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Astronomers have used a few different methods to detect exoplanets, and improved telescopes are increasing the rate of discovery. But is it possible that any stars DON'T have planets, or are they just an expected feature of stellar formation?

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A decade or so ago, the title of this video would have sounded ridiculous.

The first planet outside of our solar system was only confirmed in 1992. And when I was in high school and college, we’d only found a handful of exoplanets.

For all we knew, stars with planets around them were super rare. But now, it seems everywhere we look, planets litter star systems. And, indeed, it seems increasingly likely that almost 100% of stars have planets around them.

It’s taken awhile to get a good idea of how common it is for a star to have planets around it, because we just didn’t have enough data. For a long time, we mainly detected exoplanets using the radial velocity method, where the gravitational pull from a planet orbiting a star makes the star wobble slightly, which changes the wavelength of the light we detect from Earth. So far, we’ve detected more than 600 exoplanets this way.

Problem is, most of the planets we can detect using the radial velocity method are hot Jupiters: giant planets orbiting very close to their stars. Since they’re so big and orbit so close, they cause bigger, shorter wobbles that are easier for us to detect. The other issue is that the radial velocity method doesn’t really work for stars farther than about a hundred light-years from Earth.

Beyond that, it’s just too hard to see the wobbles. They don’t have enough of an effect on the wavelength of the light we detect. So the radial velocity method doesn’t tell you much about how common planets are that aren’t hot Jupiters, or about stars farther away from Earth.

Which is why the transit method has been so useful. A transit is when a planet’s orbit takes it between its parent star and Earth. As it passes in front of its star, the light we detect from the star dims a little.

The Kepler space telescope looks for exoplanets using the transit method. Since it launched in 2009, it’s found more than 2,000 confirmed exoplanets. It’s still harder to spot smaller planets with the transit method, but at least it’s easier than using the radial velocity method.

And the transit method works for planets that are much farther away, because even if it’s too far for us to see the effects of the star’s wobble, the planet will still have a measurable dimming effect. We’ve used the transit method to find plenty of planets hundreds of light-years from Earth. So the transit method is a pretty successful way to find exoplanets, but it still has its limitations.

Mainly, if a planet doesn’t pass between its star and Earth, you’re not gonna detect it. For example, astronomers were able to find that system of 7 Earth-sized planets around the star TRAPPIST-1 using the transit method because the planets have relatively close orbits that just so happen to take them between their parent star and Earth. But if they weren’t lined up so perfectly, we never would have detected them.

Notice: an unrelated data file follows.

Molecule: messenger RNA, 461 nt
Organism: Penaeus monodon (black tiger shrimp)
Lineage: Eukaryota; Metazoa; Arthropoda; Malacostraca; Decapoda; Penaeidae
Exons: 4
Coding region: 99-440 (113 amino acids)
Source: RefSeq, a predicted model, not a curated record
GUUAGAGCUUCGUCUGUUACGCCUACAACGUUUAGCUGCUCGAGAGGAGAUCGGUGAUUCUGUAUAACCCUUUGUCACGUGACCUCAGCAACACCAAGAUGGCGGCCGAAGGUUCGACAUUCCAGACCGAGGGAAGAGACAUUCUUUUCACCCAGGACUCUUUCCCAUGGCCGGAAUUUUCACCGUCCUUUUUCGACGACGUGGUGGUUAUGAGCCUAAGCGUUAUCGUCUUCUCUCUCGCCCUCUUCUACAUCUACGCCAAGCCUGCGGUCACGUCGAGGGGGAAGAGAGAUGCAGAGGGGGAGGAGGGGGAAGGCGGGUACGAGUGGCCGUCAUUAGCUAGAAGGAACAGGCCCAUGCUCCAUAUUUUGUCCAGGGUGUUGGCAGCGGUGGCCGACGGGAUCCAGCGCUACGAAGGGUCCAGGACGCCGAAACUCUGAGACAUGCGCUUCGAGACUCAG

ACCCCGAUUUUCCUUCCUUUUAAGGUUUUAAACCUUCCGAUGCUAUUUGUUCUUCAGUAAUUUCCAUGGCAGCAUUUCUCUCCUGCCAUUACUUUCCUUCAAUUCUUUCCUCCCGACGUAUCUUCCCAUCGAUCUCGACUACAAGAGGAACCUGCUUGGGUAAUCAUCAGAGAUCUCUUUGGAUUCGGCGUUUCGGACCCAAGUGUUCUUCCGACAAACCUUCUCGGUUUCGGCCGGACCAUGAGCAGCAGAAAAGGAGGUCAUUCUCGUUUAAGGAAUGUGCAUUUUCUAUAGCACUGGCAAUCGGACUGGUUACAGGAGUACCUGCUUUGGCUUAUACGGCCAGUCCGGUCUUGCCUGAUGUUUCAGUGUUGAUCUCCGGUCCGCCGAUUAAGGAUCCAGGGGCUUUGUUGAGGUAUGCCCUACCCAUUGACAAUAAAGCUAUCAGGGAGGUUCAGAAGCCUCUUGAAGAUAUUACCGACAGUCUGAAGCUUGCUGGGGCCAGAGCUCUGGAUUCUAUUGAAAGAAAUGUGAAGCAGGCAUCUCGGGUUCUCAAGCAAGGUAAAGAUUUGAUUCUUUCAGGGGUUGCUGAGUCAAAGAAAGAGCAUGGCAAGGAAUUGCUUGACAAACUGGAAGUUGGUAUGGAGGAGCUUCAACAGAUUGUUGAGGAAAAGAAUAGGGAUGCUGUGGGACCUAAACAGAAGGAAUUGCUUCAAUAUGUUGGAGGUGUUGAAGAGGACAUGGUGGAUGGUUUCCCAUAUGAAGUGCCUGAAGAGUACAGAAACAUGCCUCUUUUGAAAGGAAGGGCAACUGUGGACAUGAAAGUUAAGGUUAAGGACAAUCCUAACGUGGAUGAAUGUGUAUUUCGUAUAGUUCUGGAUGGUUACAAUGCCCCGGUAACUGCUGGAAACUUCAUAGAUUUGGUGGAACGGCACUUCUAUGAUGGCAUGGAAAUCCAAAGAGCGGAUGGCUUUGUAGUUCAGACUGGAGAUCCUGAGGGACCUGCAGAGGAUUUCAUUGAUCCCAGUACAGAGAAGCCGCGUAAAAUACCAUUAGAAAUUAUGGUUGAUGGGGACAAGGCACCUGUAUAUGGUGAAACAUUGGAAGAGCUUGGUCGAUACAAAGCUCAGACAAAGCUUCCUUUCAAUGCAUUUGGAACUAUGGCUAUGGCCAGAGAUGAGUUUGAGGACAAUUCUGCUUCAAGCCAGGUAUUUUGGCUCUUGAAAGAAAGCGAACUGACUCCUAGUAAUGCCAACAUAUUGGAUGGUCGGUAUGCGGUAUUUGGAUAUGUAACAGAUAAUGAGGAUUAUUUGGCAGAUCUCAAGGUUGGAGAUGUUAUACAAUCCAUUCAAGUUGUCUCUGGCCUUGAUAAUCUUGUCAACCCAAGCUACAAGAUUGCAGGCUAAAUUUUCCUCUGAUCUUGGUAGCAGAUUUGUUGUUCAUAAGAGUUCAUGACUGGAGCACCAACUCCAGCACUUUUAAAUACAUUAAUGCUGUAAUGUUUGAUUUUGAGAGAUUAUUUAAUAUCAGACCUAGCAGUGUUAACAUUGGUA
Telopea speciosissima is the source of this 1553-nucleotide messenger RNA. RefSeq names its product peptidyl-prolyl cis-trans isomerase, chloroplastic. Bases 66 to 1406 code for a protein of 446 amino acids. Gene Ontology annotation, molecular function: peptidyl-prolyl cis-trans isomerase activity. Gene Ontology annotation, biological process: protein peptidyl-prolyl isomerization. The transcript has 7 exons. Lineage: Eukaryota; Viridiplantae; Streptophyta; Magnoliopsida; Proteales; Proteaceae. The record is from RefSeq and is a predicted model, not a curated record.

Now we’ve found so many exoplanets using the transit method that it’s pretty clear that planets around other stars are really common, at least within a few thousand light-years of Earth. When it comes to finding planets around stars that are really far away, like, tens of thousands of light-years, our best bet is to use gravitational microlensing. That’s where the gravity from a star with a planet orbiting it warps the light we detect from a second star behind it.

It doesn’t let us see the planet, but it lets us know it’s there. So far, we’ve only been able to use microlensing to find a few dozen exoplanets, because the chances of two distant stars lining up in just the right way are incredibly low. Still, it’s the best method we have right now to find exoplanets far from Earth, and we might even be able to use it to find some outside of the Milky Way, in the nearby Andromeda galaxy.

With so many limitations to our exoplanet-detection methods, we aren’t going to see exoplanets around every star. But it seems like practically every star could have them. We used to think there were some exceptions.

For example, astronomers once thought that binary star systems weren’t gravitationally stable enough for planets to form and survive. But then we found planets around binary stars. Astronomers also used to think that blue giant stars, which are huge, hot, bright, and don’t stick around for very long, were too intense for planets to form around them.

The matter the planets would form from would be blown apart before it could condense. But then we found protoplanetary disks, the disks of rock and gas and dust that planets form from, around blue giant stars. Whenever we think there’s an environment where planets can’t form, it turns out we’re wrong.

So, are there any stars out there without planets? I mean, probably. It’s a big universe.

But based on all the exoplanets we’ve found in the last couple of decades, it seems like almost every single star could have planets, and probably does. Because of the limitations of the tools we have used thus far, and the relatively short time we’ve had access to those tools, we don’t yet have the most accurate picture of the average star system in the universe. But it has become clear that planets are a natural feature of stellar formation, they are common, they are everywhere, and they are just waiting to be discovered.

Which is why you should subscribe to SciShow Space, because when they are discovered, we will let you know! Also, you might have a thing that you’re thinking about doing, maybe you’re already doing it. Would it be better if it had a website?

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